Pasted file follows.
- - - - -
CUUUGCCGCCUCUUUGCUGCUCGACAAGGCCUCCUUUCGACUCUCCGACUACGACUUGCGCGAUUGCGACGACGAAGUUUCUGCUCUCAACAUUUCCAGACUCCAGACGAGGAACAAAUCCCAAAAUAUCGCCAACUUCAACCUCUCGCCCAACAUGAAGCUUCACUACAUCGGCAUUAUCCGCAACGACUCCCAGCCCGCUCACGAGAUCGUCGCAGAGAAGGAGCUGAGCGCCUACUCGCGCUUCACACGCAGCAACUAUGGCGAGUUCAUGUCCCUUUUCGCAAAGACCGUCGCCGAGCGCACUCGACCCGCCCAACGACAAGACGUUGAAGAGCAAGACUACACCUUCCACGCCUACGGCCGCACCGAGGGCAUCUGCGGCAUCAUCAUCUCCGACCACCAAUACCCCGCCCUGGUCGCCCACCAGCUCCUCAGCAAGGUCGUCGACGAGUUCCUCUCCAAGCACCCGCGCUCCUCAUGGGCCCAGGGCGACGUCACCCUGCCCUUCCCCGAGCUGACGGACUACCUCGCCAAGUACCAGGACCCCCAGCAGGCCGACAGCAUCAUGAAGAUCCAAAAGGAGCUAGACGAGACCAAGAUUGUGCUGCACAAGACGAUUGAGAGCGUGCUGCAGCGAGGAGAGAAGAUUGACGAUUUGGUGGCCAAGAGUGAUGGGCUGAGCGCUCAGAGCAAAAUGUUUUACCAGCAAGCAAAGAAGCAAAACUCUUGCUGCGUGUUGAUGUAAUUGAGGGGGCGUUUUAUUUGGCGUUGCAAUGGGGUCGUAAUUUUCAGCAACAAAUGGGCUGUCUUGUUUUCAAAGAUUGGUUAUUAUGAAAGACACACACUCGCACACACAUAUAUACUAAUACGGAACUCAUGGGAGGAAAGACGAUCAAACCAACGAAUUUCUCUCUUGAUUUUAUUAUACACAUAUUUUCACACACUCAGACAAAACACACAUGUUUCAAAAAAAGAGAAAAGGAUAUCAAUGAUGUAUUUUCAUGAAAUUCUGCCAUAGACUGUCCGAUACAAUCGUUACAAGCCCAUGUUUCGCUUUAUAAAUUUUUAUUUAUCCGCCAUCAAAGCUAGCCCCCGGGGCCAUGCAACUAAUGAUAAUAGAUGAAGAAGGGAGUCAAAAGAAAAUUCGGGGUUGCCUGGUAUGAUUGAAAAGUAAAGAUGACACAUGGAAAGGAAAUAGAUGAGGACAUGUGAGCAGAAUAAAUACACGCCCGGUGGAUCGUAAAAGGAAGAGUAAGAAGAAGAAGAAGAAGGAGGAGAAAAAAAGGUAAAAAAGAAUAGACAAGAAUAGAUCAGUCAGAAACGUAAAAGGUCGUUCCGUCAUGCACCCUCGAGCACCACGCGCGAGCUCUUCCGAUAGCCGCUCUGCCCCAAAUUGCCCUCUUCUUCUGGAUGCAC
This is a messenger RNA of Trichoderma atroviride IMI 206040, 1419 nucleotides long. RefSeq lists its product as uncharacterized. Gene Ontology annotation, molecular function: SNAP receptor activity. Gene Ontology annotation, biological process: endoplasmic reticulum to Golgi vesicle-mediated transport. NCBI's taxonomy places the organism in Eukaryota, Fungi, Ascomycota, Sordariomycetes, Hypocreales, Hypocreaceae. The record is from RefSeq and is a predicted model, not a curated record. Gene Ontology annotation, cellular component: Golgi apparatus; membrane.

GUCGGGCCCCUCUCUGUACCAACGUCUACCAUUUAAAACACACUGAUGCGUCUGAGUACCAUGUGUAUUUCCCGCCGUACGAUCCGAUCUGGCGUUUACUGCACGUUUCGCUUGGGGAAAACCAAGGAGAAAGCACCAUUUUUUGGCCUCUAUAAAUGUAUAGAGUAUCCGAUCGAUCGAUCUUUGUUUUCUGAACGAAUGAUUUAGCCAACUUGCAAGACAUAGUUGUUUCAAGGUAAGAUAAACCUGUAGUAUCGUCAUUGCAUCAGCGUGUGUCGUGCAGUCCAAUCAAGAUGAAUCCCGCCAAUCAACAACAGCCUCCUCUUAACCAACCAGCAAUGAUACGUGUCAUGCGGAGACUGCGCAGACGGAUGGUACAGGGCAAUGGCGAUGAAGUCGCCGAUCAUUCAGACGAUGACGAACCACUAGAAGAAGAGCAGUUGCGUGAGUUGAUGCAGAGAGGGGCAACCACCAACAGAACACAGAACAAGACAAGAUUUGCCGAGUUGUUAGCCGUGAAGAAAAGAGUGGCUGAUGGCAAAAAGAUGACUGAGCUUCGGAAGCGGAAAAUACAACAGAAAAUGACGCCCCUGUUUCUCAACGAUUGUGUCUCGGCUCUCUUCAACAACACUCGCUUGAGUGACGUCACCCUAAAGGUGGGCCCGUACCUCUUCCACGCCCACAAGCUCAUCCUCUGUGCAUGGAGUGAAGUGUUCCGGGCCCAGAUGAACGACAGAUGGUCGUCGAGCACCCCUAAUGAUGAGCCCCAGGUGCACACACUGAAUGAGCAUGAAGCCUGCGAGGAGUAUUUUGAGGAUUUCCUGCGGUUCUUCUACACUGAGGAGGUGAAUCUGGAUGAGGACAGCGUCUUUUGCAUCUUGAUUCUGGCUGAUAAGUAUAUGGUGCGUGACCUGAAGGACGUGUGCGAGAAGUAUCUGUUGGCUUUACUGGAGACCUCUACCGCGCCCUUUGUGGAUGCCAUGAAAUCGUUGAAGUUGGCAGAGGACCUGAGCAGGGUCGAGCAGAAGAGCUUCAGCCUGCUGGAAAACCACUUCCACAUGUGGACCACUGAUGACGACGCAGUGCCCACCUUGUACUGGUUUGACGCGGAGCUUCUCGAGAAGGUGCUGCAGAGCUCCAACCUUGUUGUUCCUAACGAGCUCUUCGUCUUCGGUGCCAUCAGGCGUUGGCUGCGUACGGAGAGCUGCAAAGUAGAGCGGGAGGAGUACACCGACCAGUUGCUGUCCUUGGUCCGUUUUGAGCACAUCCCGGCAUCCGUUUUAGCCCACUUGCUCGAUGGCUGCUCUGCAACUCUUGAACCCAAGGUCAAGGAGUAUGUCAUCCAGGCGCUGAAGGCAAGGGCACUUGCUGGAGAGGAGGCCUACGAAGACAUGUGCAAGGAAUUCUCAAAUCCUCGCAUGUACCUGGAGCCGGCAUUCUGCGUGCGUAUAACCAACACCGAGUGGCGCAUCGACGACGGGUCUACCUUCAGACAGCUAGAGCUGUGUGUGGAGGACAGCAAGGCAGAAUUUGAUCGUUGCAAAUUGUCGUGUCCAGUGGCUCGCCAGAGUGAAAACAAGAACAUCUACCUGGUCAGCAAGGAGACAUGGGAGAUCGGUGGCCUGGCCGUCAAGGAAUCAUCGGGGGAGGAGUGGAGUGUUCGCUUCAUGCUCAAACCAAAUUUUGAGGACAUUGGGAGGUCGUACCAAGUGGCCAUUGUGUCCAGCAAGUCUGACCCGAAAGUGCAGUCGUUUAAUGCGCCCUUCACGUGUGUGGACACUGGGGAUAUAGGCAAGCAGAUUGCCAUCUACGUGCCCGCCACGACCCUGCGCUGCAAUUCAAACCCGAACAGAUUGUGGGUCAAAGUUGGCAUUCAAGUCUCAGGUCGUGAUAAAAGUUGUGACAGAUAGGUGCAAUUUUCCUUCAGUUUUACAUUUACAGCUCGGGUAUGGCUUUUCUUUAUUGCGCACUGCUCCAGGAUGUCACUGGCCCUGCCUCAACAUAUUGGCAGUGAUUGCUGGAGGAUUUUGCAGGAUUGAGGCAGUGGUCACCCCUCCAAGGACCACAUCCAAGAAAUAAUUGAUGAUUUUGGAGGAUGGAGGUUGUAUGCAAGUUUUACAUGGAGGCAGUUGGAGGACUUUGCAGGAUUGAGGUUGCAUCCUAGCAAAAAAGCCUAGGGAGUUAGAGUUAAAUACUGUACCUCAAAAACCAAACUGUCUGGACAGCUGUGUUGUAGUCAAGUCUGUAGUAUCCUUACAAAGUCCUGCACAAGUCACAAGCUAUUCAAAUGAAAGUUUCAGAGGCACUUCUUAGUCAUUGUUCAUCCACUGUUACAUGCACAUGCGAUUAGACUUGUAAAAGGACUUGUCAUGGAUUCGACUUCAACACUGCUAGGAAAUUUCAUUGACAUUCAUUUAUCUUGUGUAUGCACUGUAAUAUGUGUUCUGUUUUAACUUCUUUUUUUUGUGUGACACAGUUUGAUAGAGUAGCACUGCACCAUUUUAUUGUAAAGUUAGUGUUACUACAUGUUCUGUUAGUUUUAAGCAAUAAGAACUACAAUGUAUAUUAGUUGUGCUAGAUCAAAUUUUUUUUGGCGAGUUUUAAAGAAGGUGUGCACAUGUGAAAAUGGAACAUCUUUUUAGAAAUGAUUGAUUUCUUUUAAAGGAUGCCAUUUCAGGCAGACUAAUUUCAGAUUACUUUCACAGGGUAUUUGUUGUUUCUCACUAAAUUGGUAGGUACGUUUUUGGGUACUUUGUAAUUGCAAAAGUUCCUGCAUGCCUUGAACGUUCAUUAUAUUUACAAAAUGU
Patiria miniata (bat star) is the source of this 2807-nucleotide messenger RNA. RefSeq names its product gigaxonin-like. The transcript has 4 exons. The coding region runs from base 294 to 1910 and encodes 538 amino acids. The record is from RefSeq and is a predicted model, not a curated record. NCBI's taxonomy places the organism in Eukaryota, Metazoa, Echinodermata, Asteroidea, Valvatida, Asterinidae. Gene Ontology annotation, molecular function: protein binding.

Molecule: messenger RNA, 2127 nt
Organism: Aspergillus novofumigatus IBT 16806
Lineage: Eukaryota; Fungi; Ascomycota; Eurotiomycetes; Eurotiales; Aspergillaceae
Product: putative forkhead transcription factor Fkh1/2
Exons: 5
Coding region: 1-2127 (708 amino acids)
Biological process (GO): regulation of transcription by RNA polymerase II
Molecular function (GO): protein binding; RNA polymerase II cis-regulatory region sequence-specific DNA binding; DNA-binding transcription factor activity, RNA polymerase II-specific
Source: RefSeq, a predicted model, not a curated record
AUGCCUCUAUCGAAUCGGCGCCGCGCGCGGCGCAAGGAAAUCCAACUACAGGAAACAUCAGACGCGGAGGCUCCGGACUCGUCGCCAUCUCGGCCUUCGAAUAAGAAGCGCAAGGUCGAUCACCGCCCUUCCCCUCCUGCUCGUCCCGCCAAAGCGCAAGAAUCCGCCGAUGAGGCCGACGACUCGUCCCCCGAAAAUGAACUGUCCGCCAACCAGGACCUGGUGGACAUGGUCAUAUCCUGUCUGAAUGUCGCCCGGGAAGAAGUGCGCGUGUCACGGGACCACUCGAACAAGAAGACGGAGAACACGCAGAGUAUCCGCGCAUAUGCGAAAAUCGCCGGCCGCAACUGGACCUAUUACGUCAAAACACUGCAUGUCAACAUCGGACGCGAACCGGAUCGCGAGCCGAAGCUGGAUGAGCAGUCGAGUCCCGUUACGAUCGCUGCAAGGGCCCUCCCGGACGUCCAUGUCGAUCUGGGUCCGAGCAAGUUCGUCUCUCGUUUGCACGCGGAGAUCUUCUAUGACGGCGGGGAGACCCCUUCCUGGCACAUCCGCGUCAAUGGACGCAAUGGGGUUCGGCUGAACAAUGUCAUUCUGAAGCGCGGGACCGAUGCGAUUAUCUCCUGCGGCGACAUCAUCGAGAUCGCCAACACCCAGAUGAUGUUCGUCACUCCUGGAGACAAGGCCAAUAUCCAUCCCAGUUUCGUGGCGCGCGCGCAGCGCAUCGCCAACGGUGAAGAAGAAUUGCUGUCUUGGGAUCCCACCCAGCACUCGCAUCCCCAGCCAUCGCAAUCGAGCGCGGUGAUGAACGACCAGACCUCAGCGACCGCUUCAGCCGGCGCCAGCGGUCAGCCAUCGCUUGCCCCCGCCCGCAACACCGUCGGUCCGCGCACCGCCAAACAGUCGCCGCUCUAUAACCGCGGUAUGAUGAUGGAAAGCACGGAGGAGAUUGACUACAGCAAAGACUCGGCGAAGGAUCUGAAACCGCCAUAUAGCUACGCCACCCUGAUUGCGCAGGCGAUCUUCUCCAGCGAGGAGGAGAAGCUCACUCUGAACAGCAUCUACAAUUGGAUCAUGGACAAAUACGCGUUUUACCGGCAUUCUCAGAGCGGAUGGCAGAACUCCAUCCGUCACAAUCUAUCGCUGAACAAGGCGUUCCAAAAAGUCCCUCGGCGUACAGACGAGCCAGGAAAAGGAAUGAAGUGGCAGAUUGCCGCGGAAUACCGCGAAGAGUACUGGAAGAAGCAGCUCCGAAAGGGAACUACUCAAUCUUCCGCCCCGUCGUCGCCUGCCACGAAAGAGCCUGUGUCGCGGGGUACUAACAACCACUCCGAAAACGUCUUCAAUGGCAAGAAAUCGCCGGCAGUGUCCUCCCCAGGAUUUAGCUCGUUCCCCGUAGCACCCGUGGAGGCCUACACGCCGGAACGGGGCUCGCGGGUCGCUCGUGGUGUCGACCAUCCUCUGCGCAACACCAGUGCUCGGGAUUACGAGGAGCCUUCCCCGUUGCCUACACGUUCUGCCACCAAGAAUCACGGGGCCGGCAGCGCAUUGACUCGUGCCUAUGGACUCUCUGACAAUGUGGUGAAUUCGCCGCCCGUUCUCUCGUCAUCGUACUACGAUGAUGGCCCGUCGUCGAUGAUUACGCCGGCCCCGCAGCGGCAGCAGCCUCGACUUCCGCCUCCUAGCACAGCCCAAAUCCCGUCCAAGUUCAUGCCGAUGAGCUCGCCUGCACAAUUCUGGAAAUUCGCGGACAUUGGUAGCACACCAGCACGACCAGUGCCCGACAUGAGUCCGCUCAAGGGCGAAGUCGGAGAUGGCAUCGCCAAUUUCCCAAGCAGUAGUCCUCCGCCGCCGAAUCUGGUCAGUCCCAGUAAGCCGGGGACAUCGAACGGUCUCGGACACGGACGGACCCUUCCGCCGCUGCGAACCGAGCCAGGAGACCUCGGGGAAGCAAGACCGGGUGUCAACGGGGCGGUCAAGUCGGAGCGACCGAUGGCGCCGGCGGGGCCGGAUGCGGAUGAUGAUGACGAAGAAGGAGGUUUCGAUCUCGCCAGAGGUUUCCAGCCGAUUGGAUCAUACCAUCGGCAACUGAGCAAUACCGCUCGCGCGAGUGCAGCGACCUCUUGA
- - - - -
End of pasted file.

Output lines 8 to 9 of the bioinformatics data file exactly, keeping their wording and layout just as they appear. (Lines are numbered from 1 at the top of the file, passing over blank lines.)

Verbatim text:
Product: putative forkhead transcription factor Fkh1/2
Exons: 5